Ricki-Jane, Dionesia, Emily, Jasmine, Piimio, Emma.T,

                                                         Chelsea, Shae

Dance , Commercial dance ,

From dramatic cabaret to vaudeville style comedy

Review by Tania Kopytko 03rd Sep 2016

The impact is there from the opening minute of the Variety Showcase – with a dramatic cabaret Style “Be Italian” number, costumed in classic red dresses, heels and with chairs as props.

This is the graduation performance for the Year One Commercial Dance programme at  Whitireia Performance Centre. These young students have to pack in a lot of training and polishing  in one or two years, to prepare for a commercial dance sector that is highly competitive and requires precision, timing, strong technique and focus, skill in a variety of dance styles plus acting and singing skills. The Showcase demonstrates that they have all worked incredibly hard on these essentials. The fourteen dancers clearly love every minute of their performances and a very vocal audience are with them all the way, unlike a more restrained ballet or contemporary dance audience.

The hour long programme of sixteen items is a mix of tutor and student choreography.  All is slick, smart, confident, non-stop and high energy and demonstrates that the cadre has the required skills in tight ensemble work and excellent timing.  As befits the commercial sector, the programme covers a variety of dance styles: contemporary jazz often with a hip hop feel, tap and rhythm, old school Charleston and classic cabaret, lyrical and more aggressive hip hop and a vaudeville-type comedic poke at ballet. The latter allows acting skills to come to the fore as the ballerinas compete for attention, but the dance shows a weaker ballet technique. Developing softness in the arms and hands and more expressive plasticity in the upper body would be one area that many of the dancers could work on, as well as more varied, softer facial expressions, to balance a frequent pouty look that only suits some dance styles. This would add to the repertoire of expressive skills needed in the range of work they might encounter.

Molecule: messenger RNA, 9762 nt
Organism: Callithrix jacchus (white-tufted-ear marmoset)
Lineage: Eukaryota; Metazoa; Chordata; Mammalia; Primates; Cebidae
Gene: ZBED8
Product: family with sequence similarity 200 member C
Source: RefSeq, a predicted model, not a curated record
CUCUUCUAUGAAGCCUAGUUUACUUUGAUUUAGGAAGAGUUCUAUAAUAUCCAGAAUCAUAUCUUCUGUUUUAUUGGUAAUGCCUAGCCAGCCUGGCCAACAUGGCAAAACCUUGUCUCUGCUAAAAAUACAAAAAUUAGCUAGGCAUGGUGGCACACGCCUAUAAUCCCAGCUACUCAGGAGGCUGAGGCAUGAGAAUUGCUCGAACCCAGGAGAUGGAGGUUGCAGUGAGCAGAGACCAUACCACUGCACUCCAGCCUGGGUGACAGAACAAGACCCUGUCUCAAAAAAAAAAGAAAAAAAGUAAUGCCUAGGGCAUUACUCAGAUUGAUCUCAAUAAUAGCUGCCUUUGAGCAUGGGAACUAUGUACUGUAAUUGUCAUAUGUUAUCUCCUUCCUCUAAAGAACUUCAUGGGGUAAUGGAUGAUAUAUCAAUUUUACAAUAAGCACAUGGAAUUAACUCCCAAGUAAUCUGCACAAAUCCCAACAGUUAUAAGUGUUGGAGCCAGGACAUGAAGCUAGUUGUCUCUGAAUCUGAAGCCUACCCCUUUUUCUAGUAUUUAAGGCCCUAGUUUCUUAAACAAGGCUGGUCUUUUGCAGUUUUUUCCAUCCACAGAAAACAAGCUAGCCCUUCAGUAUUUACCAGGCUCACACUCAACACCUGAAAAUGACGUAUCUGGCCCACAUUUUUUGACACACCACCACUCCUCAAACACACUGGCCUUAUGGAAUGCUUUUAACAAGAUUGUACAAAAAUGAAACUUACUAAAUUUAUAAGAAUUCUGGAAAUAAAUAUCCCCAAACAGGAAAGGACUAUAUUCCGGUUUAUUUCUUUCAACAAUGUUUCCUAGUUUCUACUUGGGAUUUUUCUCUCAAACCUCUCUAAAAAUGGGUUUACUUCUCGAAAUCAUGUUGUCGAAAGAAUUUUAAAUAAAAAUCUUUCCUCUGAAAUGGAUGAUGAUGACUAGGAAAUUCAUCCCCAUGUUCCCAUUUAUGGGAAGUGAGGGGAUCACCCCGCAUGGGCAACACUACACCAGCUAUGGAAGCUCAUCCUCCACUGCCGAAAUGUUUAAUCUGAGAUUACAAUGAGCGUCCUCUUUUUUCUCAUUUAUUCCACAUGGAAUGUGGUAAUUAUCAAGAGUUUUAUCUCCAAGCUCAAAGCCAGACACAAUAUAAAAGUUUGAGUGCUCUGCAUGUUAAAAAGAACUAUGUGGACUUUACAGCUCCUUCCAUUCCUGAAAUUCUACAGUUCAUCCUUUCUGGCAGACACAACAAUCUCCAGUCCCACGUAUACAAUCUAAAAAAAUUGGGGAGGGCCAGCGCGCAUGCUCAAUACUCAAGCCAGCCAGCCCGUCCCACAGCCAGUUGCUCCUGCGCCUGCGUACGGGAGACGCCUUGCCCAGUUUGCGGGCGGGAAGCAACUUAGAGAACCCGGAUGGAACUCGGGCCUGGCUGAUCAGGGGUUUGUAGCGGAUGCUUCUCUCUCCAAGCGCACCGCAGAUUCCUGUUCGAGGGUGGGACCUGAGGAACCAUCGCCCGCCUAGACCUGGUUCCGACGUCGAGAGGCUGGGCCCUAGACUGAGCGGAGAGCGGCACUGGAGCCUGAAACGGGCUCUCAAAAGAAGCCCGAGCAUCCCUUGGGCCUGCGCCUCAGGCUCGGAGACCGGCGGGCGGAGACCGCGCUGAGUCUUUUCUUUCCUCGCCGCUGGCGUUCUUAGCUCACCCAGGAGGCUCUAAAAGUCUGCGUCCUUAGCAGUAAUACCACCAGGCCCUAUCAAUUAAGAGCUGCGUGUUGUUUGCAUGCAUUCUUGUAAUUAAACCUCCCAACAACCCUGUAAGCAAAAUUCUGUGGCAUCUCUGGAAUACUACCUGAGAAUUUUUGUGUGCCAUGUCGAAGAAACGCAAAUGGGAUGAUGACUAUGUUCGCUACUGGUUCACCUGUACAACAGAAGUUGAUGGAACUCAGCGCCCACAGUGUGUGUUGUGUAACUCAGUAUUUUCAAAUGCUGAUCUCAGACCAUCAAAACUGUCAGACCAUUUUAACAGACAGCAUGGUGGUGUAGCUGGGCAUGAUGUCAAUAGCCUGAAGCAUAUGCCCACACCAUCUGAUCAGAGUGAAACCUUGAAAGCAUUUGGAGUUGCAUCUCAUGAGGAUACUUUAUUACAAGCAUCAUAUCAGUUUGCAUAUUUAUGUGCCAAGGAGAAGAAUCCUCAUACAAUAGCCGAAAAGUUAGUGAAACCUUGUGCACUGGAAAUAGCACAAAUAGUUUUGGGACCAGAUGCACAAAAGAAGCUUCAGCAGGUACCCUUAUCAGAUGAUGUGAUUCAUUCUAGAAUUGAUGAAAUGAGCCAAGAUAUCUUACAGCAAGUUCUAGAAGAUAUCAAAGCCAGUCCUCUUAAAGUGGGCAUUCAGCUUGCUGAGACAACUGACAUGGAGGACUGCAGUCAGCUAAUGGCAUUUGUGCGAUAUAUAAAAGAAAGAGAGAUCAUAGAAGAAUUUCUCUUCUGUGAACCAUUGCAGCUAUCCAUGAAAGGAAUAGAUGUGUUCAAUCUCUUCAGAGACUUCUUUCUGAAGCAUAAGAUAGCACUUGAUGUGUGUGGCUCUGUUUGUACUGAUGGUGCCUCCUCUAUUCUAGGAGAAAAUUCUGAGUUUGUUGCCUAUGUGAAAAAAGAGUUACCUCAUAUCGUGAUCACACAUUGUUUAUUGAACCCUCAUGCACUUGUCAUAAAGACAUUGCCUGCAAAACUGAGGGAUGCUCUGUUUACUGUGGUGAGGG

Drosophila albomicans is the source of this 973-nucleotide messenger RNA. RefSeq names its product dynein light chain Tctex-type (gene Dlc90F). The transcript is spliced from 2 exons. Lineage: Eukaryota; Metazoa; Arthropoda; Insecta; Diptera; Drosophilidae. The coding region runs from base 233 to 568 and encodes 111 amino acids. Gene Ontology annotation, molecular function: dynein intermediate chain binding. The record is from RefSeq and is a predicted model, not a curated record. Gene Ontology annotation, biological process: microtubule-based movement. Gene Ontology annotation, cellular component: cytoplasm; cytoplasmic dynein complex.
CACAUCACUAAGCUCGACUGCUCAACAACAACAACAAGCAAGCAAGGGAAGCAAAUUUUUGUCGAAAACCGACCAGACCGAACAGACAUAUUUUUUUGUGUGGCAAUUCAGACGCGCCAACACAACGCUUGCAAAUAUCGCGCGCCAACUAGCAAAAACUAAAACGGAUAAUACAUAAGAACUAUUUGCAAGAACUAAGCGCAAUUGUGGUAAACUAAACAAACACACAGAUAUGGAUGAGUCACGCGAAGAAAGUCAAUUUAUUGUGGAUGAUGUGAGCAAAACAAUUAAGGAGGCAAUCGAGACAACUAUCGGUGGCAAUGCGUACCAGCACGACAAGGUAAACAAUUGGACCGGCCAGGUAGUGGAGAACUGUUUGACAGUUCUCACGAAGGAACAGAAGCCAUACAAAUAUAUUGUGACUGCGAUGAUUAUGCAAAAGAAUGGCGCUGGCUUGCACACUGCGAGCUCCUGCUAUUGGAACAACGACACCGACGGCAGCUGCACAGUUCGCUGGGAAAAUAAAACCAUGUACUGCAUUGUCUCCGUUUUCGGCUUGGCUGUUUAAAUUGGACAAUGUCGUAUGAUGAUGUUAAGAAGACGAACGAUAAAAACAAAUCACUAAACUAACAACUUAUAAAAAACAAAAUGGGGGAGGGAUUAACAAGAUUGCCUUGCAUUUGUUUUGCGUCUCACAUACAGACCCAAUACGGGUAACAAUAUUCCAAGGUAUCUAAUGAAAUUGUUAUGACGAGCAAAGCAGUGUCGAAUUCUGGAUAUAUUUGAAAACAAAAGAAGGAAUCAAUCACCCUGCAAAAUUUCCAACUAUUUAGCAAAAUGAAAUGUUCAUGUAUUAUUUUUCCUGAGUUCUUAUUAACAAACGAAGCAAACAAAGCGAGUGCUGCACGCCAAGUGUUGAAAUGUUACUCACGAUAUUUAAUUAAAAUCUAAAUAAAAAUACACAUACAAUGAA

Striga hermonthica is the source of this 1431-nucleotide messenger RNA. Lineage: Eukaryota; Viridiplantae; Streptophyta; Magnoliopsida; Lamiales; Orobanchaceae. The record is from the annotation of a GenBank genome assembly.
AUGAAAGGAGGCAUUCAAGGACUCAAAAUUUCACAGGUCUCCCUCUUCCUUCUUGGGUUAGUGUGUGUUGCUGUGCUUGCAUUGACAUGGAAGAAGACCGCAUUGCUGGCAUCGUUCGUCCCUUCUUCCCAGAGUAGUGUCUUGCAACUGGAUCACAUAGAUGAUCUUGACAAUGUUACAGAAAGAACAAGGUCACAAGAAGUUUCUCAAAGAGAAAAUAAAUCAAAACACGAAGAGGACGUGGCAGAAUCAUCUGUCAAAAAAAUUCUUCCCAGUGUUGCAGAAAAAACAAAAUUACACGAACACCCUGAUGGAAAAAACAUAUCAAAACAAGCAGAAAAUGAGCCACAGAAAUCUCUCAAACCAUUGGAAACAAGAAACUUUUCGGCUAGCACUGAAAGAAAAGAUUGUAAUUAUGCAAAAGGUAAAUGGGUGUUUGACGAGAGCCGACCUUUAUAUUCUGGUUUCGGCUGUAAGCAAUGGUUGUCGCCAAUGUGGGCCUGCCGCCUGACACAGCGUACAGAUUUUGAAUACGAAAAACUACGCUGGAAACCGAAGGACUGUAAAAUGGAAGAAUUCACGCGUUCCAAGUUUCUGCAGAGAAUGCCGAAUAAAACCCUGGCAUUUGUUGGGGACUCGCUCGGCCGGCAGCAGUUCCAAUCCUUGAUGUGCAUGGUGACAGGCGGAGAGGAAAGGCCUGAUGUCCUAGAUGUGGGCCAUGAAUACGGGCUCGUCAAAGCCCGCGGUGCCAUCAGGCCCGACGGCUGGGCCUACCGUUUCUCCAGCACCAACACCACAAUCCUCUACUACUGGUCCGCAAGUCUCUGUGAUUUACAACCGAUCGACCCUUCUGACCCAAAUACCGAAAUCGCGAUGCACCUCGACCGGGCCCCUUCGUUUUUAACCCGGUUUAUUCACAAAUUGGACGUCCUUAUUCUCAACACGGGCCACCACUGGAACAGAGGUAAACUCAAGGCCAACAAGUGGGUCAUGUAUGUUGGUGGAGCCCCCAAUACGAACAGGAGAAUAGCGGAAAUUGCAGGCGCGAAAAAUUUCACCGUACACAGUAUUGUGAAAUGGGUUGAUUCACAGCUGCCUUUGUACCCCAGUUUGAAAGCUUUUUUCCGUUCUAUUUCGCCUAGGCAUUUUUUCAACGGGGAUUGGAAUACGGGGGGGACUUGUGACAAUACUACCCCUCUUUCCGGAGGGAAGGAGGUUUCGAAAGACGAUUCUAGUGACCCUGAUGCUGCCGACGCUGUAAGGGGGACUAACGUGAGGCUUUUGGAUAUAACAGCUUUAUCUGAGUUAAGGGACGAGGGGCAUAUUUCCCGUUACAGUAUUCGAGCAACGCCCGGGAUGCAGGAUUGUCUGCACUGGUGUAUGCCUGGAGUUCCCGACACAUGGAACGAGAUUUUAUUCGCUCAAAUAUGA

What will these young people do with this training? Many will continue to complete the second year and achieve the Diploma, though they can leave with a Certificate at the end of year one. Hopefully some will get overseas work in as performers on cruise ships, or in shows like Stomp or Cirque de Soleil.  With the popularity of these styles nurtured in the hundreds of dance studios across New Zealand, it would be lovely to see some of these young people form small performance groups, perhaps reaching out to the regional areas they hail from. There is a market out there, as this is part of a well-established New Zealand private dance studio sector. Performance may not be full time or hugely financially viable, but it would give them more performance and choreographic experience and allow them to develop business and management skills that would add to their skill portfolio. Sadly commercial dance is not such a strong employment area in New Zealand, particularly because we do not have the professional (with paid dancers) musical theatre scene found in other countries.  I hope most, with further dance teacher and business training, will eventually become dance teachers in studios, for community recreation, or in our schools and thus pass on their skills and enthusiasm to the young. The desire to learn dance never stops growing.

Hearty congratulations to all the performers and their tutors. The Showcase continues on Saturday evening  (3 Sept) at 7pm and Sunday 4th at 4pm and is well worth going to.